Jokes: “How many Tori Nelsons does it take to screw in a lightbulb?,” one Tori Nelson would smirk. The buzz would be heard from miles away as hundreds of Tori Nelsons rush to stick their fingers in the closest light socket.

Sing-Songing: One little, two little, three little Tori Nelsons. Four little, five little, six little Tori Nelsons. Seven little, eight little, – this game is boring. Would any Tori Nelsons like to join me, Tori Nelson for a bit more cake?

Blog Off: Tori Nelsons hold a blog duel. There are no guns, as loud noises scare the Tori Nelsons. Instead, the Tori Nelsons write, furiously pecking blog entries into laptops. The first to get recognition by a commenter wins. One Tori Nelson throws victorious hands into the air, yelling “Blog Off. You just got served spell-checked!”. That Tori Nelson is disqualified as she bribed another Tori Nelson to leave the game-winning comment beneath her riveting post on public restrooms. That Tori Nelson is me.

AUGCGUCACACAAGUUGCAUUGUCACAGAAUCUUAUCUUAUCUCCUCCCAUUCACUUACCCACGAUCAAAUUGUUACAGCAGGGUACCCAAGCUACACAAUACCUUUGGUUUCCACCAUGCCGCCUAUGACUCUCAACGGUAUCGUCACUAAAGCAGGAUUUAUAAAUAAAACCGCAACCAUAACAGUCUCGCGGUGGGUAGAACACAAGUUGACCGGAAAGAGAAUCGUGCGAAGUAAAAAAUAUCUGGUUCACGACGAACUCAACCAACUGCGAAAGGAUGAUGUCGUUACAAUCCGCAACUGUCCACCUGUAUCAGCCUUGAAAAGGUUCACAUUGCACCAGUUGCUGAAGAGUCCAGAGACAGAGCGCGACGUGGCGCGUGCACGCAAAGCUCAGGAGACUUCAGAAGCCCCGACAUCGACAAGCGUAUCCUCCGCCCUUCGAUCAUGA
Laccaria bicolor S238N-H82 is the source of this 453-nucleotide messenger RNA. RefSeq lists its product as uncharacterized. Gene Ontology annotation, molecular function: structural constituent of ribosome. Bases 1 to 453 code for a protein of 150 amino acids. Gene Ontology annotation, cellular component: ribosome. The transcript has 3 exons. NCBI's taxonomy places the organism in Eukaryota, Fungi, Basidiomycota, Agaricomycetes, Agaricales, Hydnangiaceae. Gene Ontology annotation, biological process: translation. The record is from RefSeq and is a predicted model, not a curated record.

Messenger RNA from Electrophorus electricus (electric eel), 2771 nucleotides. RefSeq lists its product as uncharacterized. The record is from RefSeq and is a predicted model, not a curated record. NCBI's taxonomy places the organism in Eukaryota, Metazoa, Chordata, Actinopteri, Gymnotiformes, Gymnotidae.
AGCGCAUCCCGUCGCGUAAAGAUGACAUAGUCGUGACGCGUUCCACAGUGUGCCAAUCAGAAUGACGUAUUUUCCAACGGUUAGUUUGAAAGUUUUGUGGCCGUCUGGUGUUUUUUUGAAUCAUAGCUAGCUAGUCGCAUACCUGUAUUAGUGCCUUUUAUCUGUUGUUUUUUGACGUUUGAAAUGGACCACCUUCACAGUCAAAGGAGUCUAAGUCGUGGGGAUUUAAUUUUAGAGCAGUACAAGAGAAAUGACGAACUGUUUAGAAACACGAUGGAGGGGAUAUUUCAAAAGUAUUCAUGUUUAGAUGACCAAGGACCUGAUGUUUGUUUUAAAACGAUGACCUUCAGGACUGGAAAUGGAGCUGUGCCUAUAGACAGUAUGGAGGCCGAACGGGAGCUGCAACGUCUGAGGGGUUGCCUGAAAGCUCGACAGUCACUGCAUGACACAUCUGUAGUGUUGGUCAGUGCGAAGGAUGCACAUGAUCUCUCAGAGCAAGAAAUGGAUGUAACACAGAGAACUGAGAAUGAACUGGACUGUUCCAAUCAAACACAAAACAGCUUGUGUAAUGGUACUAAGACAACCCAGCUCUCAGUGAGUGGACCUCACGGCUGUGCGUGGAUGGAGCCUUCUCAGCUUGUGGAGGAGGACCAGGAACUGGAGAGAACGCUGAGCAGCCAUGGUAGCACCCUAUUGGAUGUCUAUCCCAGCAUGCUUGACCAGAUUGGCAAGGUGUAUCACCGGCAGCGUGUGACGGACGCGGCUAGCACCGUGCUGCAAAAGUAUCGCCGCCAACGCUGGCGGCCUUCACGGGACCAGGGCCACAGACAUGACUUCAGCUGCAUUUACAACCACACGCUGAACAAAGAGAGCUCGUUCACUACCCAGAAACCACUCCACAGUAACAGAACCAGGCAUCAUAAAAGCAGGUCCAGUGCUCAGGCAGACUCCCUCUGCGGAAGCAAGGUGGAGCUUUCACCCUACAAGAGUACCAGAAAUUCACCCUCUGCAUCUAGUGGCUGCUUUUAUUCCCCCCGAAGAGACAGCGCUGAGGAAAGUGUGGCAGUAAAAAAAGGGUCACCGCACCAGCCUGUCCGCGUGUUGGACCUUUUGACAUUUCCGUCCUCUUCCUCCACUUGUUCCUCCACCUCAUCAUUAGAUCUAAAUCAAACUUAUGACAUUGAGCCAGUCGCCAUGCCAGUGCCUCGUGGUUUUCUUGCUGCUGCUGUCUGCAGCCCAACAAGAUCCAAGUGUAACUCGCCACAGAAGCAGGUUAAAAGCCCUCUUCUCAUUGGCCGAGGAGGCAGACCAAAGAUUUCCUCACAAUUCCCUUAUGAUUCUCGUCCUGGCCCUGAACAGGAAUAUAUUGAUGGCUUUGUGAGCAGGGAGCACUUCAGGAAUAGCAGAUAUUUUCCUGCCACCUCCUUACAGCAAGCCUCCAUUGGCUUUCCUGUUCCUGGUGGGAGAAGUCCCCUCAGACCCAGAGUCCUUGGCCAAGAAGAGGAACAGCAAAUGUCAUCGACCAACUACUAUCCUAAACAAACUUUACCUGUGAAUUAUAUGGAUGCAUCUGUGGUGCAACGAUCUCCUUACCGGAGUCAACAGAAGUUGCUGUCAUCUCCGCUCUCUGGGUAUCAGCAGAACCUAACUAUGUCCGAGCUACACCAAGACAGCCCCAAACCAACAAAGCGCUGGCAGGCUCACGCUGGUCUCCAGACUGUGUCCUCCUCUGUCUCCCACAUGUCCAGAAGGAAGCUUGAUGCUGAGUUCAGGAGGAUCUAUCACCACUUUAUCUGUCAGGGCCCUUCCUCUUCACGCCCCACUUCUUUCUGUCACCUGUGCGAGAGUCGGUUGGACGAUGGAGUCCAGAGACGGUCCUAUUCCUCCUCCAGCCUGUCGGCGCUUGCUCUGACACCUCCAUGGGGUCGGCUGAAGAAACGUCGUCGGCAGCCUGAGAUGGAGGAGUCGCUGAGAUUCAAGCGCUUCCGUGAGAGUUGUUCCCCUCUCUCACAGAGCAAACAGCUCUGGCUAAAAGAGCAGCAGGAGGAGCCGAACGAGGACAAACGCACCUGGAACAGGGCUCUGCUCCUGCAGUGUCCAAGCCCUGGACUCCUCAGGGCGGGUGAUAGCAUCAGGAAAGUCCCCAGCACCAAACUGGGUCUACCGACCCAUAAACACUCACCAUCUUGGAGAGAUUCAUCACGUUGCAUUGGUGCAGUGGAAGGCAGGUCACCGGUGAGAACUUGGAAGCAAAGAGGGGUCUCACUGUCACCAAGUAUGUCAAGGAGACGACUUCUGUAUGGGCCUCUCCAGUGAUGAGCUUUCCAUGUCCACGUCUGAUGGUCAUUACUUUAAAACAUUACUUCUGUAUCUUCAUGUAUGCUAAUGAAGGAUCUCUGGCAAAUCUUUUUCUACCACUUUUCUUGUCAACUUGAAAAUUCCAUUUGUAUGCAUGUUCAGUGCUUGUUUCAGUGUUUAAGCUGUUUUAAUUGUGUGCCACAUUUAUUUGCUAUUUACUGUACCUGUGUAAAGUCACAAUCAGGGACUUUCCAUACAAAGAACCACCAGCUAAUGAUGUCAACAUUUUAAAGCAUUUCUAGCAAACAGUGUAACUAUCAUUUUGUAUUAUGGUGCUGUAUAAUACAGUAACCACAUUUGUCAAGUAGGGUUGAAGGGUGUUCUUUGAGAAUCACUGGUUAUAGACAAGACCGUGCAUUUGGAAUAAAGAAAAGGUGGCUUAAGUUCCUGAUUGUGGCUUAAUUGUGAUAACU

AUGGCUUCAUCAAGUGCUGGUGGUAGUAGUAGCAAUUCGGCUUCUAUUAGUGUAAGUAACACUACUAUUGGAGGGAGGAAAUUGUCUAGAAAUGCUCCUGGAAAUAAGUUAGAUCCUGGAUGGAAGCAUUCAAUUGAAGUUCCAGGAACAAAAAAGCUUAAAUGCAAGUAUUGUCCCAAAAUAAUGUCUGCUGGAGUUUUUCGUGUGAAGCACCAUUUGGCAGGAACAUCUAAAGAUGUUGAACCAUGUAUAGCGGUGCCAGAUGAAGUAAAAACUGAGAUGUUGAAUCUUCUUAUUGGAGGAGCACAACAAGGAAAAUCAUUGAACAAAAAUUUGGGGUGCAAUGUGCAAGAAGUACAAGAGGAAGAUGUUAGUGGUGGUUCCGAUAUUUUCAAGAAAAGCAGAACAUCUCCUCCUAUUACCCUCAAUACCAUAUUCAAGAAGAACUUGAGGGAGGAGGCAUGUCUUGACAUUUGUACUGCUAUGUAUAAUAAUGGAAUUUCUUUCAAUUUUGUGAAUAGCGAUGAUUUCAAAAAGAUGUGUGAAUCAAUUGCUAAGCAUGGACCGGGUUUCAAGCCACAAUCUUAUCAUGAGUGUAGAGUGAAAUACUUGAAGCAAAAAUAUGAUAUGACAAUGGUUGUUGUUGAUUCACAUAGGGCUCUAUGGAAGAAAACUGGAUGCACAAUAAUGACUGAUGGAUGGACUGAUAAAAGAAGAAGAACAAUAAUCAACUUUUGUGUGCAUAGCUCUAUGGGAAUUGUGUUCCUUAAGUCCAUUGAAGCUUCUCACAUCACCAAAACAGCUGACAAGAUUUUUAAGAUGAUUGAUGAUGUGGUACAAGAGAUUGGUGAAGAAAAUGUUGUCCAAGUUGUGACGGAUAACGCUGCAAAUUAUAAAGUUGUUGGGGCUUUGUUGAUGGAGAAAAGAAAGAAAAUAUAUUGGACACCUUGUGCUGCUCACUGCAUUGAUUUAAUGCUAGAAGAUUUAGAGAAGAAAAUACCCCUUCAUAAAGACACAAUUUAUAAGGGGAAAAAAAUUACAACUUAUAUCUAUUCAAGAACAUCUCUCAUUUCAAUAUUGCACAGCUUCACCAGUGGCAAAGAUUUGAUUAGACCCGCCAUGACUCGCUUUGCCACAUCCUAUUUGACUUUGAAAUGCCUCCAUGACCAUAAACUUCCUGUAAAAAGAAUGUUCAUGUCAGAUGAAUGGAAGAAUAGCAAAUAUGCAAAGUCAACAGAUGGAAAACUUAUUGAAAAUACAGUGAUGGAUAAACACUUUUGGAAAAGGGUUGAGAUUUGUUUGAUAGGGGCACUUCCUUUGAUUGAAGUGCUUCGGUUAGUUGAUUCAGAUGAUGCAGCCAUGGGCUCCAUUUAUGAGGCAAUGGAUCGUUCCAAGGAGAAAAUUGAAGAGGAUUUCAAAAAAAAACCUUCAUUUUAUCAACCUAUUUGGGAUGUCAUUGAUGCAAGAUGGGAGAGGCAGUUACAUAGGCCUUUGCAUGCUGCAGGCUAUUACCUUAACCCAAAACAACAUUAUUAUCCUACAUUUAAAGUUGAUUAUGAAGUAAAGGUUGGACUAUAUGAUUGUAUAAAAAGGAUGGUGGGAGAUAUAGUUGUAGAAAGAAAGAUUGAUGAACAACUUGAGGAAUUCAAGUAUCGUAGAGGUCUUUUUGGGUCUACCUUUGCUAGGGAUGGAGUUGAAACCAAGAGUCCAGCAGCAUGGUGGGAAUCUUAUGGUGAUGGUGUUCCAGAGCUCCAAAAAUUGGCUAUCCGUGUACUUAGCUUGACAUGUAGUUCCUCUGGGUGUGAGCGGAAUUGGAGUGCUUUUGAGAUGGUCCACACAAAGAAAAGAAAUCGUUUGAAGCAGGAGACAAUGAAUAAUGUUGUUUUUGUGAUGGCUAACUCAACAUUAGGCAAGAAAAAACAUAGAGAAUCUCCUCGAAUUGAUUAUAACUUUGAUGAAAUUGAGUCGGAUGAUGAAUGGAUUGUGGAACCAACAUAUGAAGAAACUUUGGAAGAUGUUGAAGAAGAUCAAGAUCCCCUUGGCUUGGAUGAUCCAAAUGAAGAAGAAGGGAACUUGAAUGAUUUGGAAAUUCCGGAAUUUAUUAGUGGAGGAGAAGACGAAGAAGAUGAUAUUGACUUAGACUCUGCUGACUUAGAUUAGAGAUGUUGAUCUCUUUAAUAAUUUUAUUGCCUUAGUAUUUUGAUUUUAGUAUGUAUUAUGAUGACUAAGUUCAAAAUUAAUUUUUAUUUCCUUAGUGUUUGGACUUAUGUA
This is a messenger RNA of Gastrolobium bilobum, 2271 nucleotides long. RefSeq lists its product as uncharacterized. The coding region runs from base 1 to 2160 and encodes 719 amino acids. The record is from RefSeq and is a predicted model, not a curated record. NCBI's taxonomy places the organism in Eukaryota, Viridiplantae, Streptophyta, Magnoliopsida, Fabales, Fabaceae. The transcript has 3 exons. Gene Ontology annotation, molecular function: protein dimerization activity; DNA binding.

Oh snap! It’s 8 o’clock: This one isn’t so much a game, but gets the Tori Nelsons’ attention all the same. Tori Nelsons, it’s been real, but it’s time for bed.

Tori Nelsons bid one another goodnight. They promise to call soon, but only mean this in the loosest and most insincere of ways. Tori Nelsons hate talking on the phone. Tori Nelsons, we don’t take calls. What a sight to behold! Hundreds of Tori Nelsons pull from the parking lot in hundreds of green SUVs. Hundreds of Tori Nelsons forget to turn on their headlights. Hundreds of green SUVs in the world’s most impressive hundred car collision involving identical vehicles with identical drivers. A dazzling display of Tori Nelson’s dangerous driving habits.